Nerdbot would like to thank Tokyo Pop for providing us with a review copy of ‘Sword Princess Amaltea’ Vol. 1 by Natalia Batista.
I was completely sold by the cover and title of ‘Sword Princess Amaltea’ alone. The tough young woman with the challenging, Utena-esque gaze really did me correct and I was very eager to dive face first right into the story. Which, if I may add, is written and drawn by a Swedish female manga artist. I’ll reiterate that I love the push that Tokyo Pop has on female artists who are not solely from Japan. It’s really a spectacular movement.
From the back of the book:
We all know the way the story goes. The valiant prince goes on a perilous journey, kills a ferocious dragon, rescues a captive princess, earns his family’s honor. But what if this time the prince…was a princess?
In a fairy tale world where queens rule and magic is power, Princess Amaltea is sent on the biggest quest of her life — to rescue a prince in need and fulfill her duties as a princess. Spoiled, prejudiced and sheltered from the world at large, Amaltea reluctantly sets out on her journey and finds her “lad in distress”…only to find out he’s not so willing to join her.
Thus, we have a world, setting, and a hook. Now, we’re ready to begin our adventure.
The joke in this world is this: if you flip the script on male and female gender roles, what sort of world will you create? Well– a pretty basic one, if you ask me. Yes, gender roles are swapped, but the behavior of those in control of their new roles remains exactly the same. Girls act like boys, and boys act like girls. Therefore, you have the same behaviors simply assigned to a new sex. There isn’t much revolutionary happening.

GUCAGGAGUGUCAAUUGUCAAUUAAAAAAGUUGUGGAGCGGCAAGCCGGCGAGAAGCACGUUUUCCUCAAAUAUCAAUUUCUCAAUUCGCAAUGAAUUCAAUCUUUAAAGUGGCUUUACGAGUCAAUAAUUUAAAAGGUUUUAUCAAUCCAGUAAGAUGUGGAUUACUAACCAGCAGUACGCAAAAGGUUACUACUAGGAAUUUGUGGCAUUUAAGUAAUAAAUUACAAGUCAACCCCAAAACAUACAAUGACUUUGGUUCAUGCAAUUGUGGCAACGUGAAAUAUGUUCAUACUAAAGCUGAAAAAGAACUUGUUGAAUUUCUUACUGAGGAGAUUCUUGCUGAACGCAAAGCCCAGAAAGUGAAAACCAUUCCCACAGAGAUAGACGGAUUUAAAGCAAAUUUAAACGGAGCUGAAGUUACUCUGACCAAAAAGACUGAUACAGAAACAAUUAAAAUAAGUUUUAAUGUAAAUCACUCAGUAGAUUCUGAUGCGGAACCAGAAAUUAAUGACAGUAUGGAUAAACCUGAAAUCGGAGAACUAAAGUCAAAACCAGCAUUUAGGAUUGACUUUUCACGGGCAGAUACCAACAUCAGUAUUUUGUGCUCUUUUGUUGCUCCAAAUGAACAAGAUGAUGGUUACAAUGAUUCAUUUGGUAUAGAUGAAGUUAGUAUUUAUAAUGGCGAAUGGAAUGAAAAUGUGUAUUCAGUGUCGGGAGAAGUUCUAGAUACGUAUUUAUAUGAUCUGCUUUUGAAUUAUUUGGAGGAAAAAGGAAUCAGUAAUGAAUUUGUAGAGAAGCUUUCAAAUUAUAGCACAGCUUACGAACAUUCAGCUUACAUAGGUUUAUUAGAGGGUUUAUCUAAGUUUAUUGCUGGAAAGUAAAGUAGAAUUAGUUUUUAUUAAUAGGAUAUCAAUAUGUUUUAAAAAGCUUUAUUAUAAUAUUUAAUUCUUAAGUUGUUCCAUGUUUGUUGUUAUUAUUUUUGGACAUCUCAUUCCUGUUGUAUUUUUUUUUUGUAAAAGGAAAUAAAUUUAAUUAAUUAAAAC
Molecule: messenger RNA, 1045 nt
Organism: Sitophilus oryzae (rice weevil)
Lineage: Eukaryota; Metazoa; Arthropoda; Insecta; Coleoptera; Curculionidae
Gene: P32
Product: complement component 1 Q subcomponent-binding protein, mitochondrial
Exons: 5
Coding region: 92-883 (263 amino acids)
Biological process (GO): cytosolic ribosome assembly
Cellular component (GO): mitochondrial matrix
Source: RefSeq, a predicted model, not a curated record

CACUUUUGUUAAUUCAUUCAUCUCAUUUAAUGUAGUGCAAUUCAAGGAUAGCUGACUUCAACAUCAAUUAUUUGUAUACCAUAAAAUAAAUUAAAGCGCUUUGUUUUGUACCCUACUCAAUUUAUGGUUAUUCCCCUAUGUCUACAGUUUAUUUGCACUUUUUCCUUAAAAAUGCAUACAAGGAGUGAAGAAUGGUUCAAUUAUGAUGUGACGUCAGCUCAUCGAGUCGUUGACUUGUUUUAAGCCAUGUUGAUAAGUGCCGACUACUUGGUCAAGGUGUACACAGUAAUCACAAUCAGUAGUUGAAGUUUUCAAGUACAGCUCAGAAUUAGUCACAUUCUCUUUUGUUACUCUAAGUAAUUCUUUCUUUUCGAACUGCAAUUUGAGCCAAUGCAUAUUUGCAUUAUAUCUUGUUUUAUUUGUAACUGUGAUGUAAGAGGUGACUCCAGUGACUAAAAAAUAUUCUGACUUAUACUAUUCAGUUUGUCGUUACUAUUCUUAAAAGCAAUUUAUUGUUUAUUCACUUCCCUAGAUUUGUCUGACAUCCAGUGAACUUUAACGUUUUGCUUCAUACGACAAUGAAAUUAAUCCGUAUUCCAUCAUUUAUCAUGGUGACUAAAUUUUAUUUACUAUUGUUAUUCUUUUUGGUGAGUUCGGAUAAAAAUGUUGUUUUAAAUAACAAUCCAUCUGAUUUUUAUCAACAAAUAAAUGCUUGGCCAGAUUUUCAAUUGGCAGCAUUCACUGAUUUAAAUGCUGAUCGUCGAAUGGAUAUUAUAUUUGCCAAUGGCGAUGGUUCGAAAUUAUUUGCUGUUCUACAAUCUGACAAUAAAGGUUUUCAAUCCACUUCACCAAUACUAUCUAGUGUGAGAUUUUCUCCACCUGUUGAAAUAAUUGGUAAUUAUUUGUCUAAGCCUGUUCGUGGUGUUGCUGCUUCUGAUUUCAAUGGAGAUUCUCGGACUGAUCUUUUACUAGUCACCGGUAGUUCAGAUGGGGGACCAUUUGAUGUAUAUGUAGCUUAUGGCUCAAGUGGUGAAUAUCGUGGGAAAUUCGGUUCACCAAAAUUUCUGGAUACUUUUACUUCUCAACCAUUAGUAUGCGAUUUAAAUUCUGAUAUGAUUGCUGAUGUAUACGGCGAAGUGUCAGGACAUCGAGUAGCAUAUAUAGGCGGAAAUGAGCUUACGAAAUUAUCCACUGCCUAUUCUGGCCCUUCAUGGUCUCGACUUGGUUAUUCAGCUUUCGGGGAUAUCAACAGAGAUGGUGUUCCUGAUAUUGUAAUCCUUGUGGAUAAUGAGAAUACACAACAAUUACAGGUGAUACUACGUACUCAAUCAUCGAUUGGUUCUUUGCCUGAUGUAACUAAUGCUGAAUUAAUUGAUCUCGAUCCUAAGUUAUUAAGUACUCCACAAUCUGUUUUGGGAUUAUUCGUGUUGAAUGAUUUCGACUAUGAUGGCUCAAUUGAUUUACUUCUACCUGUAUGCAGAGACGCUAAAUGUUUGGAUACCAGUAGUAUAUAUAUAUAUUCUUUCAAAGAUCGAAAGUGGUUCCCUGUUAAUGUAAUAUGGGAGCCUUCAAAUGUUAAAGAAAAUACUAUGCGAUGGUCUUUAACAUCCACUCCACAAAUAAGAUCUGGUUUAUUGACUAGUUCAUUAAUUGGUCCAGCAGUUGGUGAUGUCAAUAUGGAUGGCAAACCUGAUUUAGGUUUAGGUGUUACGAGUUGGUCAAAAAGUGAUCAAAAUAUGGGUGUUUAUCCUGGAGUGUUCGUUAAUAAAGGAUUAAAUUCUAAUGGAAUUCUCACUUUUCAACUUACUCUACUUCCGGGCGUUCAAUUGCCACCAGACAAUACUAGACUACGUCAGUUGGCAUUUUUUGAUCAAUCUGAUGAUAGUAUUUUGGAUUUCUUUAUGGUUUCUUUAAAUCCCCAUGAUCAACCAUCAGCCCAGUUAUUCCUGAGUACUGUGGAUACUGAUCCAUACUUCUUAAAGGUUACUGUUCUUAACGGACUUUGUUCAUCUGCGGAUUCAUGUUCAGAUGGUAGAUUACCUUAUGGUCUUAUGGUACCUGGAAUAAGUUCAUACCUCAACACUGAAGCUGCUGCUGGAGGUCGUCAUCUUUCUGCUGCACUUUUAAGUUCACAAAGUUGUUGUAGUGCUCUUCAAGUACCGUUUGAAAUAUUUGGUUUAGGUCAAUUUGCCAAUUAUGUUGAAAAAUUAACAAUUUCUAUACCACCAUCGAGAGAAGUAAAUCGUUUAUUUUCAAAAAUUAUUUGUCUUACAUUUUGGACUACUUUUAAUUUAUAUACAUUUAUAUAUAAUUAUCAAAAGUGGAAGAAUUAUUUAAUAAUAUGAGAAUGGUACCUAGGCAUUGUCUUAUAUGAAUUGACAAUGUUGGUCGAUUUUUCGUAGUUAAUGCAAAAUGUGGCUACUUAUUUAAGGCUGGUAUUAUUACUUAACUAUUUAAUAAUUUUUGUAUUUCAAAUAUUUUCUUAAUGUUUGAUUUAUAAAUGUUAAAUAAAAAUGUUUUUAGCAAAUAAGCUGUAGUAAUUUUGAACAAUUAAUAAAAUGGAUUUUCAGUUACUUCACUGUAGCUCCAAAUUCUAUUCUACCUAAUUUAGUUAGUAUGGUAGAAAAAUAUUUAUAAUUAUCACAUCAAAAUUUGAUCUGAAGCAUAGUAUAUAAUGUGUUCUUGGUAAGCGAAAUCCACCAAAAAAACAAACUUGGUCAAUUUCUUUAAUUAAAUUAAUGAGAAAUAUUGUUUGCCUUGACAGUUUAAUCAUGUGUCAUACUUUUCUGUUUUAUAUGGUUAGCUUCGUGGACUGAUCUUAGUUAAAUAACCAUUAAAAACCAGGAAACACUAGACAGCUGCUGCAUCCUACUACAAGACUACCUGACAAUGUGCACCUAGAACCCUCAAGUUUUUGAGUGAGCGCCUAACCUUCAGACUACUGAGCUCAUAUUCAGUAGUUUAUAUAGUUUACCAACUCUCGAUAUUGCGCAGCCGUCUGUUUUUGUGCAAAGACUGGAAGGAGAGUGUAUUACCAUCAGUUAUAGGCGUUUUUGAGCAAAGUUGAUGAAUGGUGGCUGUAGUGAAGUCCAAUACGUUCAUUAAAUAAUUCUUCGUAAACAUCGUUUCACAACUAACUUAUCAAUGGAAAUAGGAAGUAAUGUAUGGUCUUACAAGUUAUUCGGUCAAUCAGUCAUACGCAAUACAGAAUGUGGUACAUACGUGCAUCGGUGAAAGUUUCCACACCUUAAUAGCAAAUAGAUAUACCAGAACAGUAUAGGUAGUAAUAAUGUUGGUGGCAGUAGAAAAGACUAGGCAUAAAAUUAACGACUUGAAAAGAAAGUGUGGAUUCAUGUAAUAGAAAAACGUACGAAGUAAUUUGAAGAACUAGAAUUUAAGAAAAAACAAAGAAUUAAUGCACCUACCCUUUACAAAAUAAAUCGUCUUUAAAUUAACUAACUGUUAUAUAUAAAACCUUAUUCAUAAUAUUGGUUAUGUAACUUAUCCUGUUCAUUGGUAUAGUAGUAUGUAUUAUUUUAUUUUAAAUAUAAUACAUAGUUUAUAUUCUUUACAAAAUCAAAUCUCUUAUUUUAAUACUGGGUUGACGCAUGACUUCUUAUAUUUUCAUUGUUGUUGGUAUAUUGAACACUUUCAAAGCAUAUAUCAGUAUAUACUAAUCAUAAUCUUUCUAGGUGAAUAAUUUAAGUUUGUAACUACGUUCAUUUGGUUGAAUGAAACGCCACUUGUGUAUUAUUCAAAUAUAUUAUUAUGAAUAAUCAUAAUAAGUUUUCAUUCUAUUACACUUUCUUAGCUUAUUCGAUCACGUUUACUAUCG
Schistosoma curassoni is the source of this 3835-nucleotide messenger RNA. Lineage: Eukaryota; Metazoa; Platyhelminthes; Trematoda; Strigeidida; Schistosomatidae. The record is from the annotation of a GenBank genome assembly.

What’s interesting to note is physical gender roles. Everyone sort of presents female, save for Princec Ossian, who has short hair (which we all know is a traditionally male gendered trait). But Amaltea herself, the queen, and the older sister Dorotea are all quite fancy in a westernized cis-female gender sort of way.
There’s a male barmaid who is hyper feminine, to the point where he reminds me of a Japanese Onnagata (men who played women’s roles in theater). I like him because he’s sassy and uses his body to trick the horny women in this world before robbing them, but again, it’s a familiar idea; he’s doing what women do by using his body to get what he wants. Another unfortunate familiar storytelling resort here is that the women clearly rape the men. There are many drawings of Ossian looking scared and gasping “Oh no, not again”, and something about this doesn’t sit well with me. Just like it’s weak storytelling in media when a woman’s tragedy (or means of finding her inner strength) happens because her body was compromised and her agency removed, the same goes here in our “gender swap” fairy tale universe.
On the topic of Ossian making certain faces, I want to talk about the artwork for a little bit. Truly, the art in ‘Sword Princess Amaltea’ is inconsistent. You have these spectacular money shots and glamour, but then there are just these upsetting flat angles where the characters seem to morph. It’s very odd and it definitely doesn’t stay pretty.
Overall, it’s an entertaining story. A spoiled young person will come of age on an adventure she never chose to go on. Two people with seemingly nothing in common other than lineage and roles they need to fill will learn to become friends of sorts. And maybe even more. And while I was really hopeful for a more serious story, this quirky tale still intrigued me enough that I’m curious to see what happens in this story and where these characters will end up.
I give ‘Sword Princess Amaltea’ Vol. One 3.5/5 stars